During a cold, snowy afternoon I was left with extra ingredients, from the clafoutis and custard recipes that were being developed. Not one to waste ingredients, I combined all the extra component mixtures into a batter and baked it in a handy tube pan. The resulting dessert appears at first glance to be like angel food cake, but is super moist and dissolves like custard on the tongue, with a candied, lightly caramelized surface. This aerated pudding is intriguing and absolutely unique. The staff and children loved it, but it was so different from anything we have had before that nobody could quite decide what to call the new concoction, so I hurried over to Facebook and offered a quick contest.
The Winner, J Goodwin, came up with the word ‘pouffle’ and earned herself a recipe name in her honor and perhaps a place in culinary coinage history. This light-as-air dessert is puffs to tremendous height, but you must serve it immediately, as it begins to collapse within about 5 minutes. Even fallen, it is still quite nice – thought not as impressive.
The dessert is studded with pockets of thick, tart, cherry puree, for a nice contrast to the soft, sweet body of the pudding.
This recipe will take roughly 2 hours from start to serve time, so bear that in mind when making.
Preheat oven to 325 degrees and set aside a 10 cup tube pan (you will want a large tube pan – this recipe may make more than can fit in a modern pan)
Prepare cherry puree, clafoutis batter, and meringue (assembly and baking directions are below mini recipes)
1 12 oz bag dried tart cherries
2 c water
In blender, combine cherries and water. Blend until thick and smooth – mixture should resemble baby food or applesauce. Set aside about 1 c to use in dessert and reserve the rest for other things or to serve on the side.
1c (4 oz or 113 g) Better Batter Gluten Free Flour
1/2 tsp salt
3 eggs or about 3/4 c aquafaba
2 c milk or dairy free sub
4 1/2 tbsp butter or df margarine, melted
1/4 c brandy
1/2 tsp vanilla
Combine flour and salt bowl of your electric mixer.
In a saucepan, heat butter and milk (or df alternatives) until butter is just melted and milk is warm.
Using a stand mixer, place the flour and salt in the bowl and blend to combine.
Add eggs or aquafaba to flour mixture, on low speed, just until the two begin to combine. Once egg is combined with flour and beginning to ‘seize’ – thicken too much – begin pouring the melted butter/milk into the egg/flour in a VERY slow stream (think a ribbon the thickness of yarn).
If you go too fast you will curdle the egg – the idea is to temper the egg and combine the mixture to make a very stable batter. As you add the mixture, the batter should begin to form and become smooth. Once you have added at least half the liquid you may slightly increase your pace of addition of the liquid. Eventually all of the milk/butter will be added and the mixture will resemble very heavy cream or pancake batter. Set aside.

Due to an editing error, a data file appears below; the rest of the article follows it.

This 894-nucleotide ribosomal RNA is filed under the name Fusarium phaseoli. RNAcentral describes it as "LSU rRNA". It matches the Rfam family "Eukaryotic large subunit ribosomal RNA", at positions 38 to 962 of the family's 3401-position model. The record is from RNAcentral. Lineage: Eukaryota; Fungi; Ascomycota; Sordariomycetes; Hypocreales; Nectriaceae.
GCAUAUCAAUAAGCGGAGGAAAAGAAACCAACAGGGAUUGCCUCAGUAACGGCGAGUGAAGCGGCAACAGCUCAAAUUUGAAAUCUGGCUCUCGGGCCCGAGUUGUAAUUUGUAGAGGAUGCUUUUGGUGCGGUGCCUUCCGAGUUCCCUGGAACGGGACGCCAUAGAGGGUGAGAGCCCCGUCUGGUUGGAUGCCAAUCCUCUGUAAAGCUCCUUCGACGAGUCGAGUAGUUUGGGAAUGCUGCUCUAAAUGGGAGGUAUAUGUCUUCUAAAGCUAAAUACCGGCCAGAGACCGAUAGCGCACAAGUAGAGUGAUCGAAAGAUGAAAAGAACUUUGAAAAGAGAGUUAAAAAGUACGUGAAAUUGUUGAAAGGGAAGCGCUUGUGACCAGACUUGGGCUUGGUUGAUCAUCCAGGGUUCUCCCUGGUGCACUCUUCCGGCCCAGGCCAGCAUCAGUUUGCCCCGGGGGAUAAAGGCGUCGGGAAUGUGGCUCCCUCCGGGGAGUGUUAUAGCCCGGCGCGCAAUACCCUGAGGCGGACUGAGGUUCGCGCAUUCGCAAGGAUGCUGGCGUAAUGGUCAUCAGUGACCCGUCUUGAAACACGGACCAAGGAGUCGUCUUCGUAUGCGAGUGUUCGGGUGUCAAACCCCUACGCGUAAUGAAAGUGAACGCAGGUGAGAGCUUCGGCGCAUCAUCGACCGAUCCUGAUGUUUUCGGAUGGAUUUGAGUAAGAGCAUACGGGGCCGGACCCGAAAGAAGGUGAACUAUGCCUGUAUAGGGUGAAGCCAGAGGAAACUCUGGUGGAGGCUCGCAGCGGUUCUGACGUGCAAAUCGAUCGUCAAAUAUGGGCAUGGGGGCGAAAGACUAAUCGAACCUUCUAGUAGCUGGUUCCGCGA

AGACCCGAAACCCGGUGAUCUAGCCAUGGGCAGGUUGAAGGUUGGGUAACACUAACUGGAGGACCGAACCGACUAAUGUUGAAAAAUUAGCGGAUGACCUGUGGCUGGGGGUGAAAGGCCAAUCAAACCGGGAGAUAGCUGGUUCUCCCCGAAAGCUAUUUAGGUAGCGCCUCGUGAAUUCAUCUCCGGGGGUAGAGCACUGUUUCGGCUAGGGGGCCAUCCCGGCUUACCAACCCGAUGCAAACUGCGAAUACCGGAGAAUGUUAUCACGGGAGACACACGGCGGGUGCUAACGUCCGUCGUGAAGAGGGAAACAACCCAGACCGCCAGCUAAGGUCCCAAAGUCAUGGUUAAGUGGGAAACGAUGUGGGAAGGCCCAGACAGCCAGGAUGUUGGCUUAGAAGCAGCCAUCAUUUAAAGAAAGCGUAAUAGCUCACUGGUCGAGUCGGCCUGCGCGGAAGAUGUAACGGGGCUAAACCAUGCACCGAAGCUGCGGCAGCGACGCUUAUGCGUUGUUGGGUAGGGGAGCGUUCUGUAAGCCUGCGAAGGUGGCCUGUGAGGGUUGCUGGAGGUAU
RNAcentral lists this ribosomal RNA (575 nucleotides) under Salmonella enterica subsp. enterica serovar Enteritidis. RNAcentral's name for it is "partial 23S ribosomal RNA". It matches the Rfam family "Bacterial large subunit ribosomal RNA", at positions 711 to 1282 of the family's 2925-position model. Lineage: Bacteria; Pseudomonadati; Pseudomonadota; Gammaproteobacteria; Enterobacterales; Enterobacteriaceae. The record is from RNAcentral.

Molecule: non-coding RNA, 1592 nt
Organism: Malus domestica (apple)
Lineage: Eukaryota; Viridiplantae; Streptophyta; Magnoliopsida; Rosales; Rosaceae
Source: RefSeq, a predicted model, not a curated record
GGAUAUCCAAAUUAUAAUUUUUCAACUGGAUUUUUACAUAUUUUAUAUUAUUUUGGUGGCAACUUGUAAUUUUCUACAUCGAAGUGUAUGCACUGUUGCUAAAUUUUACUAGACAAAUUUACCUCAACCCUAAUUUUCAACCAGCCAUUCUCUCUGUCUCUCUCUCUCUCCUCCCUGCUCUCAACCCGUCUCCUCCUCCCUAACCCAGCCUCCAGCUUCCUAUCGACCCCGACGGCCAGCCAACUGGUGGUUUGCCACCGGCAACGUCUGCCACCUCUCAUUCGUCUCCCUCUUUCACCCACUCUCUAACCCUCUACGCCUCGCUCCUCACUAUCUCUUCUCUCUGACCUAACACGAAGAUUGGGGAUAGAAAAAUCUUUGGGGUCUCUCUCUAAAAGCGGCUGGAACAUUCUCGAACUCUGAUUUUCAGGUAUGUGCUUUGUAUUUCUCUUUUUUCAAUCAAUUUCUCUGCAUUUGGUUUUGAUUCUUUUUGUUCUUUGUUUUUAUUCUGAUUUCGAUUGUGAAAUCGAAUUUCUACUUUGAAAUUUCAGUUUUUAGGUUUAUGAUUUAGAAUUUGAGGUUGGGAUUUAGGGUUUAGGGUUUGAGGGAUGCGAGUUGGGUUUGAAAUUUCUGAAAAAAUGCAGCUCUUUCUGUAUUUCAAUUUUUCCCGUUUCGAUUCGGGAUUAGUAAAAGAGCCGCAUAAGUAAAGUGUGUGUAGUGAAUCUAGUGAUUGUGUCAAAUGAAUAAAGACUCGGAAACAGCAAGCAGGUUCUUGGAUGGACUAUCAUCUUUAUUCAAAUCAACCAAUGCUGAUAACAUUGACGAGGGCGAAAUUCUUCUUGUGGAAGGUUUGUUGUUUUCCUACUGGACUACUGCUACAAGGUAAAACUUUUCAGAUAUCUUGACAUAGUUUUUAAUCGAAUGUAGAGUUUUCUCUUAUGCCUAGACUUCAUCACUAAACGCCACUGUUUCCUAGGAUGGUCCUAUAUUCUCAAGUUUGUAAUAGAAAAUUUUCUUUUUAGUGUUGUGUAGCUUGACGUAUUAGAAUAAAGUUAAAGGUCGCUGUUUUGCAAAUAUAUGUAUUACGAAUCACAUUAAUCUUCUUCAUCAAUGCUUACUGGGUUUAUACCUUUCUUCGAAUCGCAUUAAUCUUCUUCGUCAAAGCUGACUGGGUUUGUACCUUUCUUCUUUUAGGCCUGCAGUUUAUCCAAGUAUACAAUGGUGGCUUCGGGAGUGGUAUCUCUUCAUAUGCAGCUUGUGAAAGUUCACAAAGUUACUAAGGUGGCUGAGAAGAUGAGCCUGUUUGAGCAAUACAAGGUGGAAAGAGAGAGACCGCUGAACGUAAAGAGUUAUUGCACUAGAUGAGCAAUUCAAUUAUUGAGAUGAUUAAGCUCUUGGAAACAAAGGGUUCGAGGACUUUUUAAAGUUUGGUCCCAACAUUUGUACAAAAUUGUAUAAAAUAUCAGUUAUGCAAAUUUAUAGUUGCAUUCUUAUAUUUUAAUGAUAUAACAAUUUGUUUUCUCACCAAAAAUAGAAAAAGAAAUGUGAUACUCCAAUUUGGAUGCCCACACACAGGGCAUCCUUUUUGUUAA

12 egg whites (12 oz egg white), room temperature OR about 2 1/2 c aquafaba
1/2 tsp salt
1 1/2 tsp cream of tartar
1 c granulated sugar
1 1/2 tsp almond or vanilla extract
It is important that for maximum volume your egg whites or aquafaba be at room temperature or slightly warm. Place whites or aquafaba, salt, and cream of tartar in mixing bowl. With speed on low, stir until foamy – with aquafaba, this will take about 10 minutes. Turn speed to speed 2 (medium low) and begin to beat. Allow to beat for 2 minutes or so or until whites begin to form foam – with aquafaba this can take up to 15 minutes. Begin adding sugar very slowly – about 1 tbsp every 30 seconds, allowing full time between additions. Pour almond extract into the foam and continue to beat until soft peaks form – the whites should still be wet but should form a soft peak that folds over lightly when the beater is pulled up from the mixture. Set aside and begin to assemble pouffle.
TO MAKE POUFFLE
Pour meringue mixture into the clafoutis batter. Using a large spatula, working quickly and gently, fold the batter into the egg white until evenly combined.
Pour half the batter into the tube pan.
Place small spoonfuls of puree evenly spaced along the batter, taking care to avoid the edges. You should use half of the 1c of reserved puree.
Pour the remaining batter on top of the puree in the tube pan. There is a lot of batter, so there may be too much for the pan – only fill the pan to within 1/2 to 1 inch of the top. Place even spoonfulls of the puree along the top of the cake batter.
Take a knife or spatula and gently place it down through the batter, swirling to create a ‘swirled’ pattern of puree in both layers – avoid the sides, if possible, in order to reduce scorching.
Place the pan in preheated oven and bake, without disturbing for 70-80 minutes, or until VERY puffed and golden on the top. The pooffle should be stable. Serve immediately for best presentation by cutting with a VERY sharp knife and spooning out with a large spoon.
Even cold or room temperature this is nice, although it may deflate and be not impressive at all to look at.